The southern democrats had become a reactionary party. This started in the 1830s with John C. Calhoun and his ilk that propagated the positive good theory of slavery. They repudiated the founders and framers belief that slavery was wrong and evil and stated it was just and good. Even ordained and sanctioned by God. A prime example of this is Alexander Stephens cornerstone speech where he repudiates the Declaration of Independence.
 

leftyhunter

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los angeles ca
The Republican Party of the Civil War is surely remembered as radical due to its platform against the expansion of slavery and its later emancipation proclamation. However, the question was raised to me recently of whether their growing popularity stemmed rather from their conservatism. What do you think?
Please define the word conservatism and how it applies to Nineteenth Century politics?
Leftyhunter
 

leftyhunter

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Joined
May 27, 2011
Location
los angeles ca
The Republican Party of the Civil War is surely remembered as radical due to its platform against the expansion of slavery and its later emancipation proclamation. However, the question was raised to me recently of whether their growing popularity stemmed rather from their conservatism. What do you think?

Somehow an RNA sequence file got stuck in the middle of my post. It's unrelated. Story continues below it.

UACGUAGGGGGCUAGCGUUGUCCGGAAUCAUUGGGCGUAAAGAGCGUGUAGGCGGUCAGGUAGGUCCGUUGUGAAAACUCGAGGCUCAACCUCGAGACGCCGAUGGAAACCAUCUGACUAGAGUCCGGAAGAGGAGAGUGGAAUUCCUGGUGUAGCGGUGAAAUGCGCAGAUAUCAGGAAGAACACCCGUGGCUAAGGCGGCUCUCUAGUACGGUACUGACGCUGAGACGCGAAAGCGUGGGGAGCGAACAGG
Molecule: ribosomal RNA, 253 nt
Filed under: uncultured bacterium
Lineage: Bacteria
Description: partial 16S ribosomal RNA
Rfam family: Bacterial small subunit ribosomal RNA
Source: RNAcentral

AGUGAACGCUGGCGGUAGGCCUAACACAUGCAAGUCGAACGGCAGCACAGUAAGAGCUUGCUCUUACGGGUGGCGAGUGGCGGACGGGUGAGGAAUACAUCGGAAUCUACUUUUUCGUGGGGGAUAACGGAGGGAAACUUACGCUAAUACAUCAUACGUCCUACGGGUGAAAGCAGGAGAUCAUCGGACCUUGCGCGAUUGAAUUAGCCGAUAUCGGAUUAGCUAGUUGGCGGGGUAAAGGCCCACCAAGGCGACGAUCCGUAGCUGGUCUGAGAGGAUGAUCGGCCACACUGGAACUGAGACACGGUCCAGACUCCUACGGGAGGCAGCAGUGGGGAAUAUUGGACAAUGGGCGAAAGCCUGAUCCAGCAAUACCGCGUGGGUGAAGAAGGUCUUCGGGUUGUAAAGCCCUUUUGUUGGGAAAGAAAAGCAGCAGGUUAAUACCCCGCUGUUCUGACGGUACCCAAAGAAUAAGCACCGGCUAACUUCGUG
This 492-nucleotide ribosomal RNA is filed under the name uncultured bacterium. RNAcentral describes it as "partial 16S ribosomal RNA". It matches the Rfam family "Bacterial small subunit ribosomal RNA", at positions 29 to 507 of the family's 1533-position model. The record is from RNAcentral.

Please define the word conservatism and how it applies to Nineteenth Century politics?
Leftyhunter
The pro-slavery stance was based on different fundamental principles inherited from previous generations.

Both sides also claimed the Bible justified their position.

Are we going to suggest both sides of the American Civil War were conservatives?



Slavery predated the Constitution and the country. Laws in support of slavery mostly just codified what had been a defacto reality for generations.

The government propping something up with financial subsidies is a very different matter than what was happening with slavery. Either slavery was legal or illegal. The idea that it would go away if the federal government simply ceased to sanction it seems rather naive to me.
Yes and no. Yes slavery was practiced by various Indian tribes well before the Europeans came to the US as well as the British and Spanish Colonial Empires that rulled over much of North America. On the other hand if slay can not expand it will eventually die which was why Southern slave owners lobbied President Buchanan to purchase Cuba from Spain and President Buchanan did offer a very lucrative sum to the King of Spain who sadly for Spain rejected the offer.